Posted on February 21, 2020

Early European perfume bottles

Europeans used many different containers to store their perfumes. They used glass, gold, silver, porcelain, semi-precious stones and shells. Perfume was commonly used in the form of incense. Some incense burners consisted of a container held from chains. It was swung like a pendulum during Mass in the Christian Church. There were also stationary incense burners used in Churches.

Some perfume containers were designed to be worn. Semi-precious stones held perfumes and were pinned to clothing. Silver earrings were worn that contained perfume soaked fabric inside them. Many containers were designed to be hung around the neck, from a belt, or from a finger ring.

Perfume bottles were handcrafted and designed by artists, jewelers and goldsmiths. Many bottles were designed to be worn, or displayed on a table.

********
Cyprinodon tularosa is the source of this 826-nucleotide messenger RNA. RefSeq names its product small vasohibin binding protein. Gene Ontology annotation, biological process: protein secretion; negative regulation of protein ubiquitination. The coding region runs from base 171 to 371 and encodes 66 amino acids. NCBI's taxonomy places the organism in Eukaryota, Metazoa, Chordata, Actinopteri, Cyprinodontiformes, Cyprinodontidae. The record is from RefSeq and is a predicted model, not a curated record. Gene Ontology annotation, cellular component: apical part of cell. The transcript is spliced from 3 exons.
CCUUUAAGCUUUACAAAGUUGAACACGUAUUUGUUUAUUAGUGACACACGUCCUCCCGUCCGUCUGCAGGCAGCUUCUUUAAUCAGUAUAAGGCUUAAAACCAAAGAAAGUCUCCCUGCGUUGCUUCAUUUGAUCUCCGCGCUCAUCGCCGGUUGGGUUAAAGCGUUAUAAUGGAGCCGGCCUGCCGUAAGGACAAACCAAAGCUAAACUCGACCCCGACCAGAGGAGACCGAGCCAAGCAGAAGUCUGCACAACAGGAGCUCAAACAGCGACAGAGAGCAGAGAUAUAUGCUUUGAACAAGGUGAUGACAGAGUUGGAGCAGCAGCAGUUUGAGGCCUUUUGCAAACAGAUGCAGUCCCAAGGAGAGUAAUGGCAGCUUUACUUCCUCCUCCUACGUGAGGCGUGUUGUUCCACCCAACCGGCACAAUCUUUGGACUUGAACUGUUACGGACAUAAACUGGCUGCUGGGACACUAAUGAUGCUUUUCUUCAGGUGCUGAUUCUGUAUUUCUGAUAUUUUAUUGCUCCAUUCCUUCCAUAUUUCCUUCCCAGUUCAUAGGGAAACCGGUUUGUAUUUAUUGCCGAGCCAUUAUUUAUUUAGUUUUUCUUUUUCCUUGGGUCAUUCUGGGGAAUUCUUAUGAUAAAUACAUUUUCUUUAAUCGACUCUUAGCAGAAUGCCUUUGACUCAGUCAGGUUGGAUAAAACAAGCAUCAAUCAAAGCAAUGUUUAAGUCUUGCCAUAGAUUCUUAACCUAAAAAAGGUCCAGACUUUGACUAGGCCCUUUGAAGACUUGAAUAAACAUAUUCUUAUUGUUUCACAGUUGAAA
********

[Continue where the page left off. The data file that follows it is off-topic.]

Small wooden boxes were created to hold a sponge soaked with perfume. These boxes would fit inside a pocket and could be taken out and inhaled at any time.

Porcelain was used in the Thirteenth Century. Many highly decorative bottles were created. Boxes were created that included perfume and other essentials. Some boxes contained several bottles of perfumes, a funnel and a mixing dish. “Necessaires” became popular in the eighteenth century, and included everything necessary for having tea.

Most perfumes during this time were sold in inexpensive, plain bottles. The perfume was then transferred into the fancy bottles at home.

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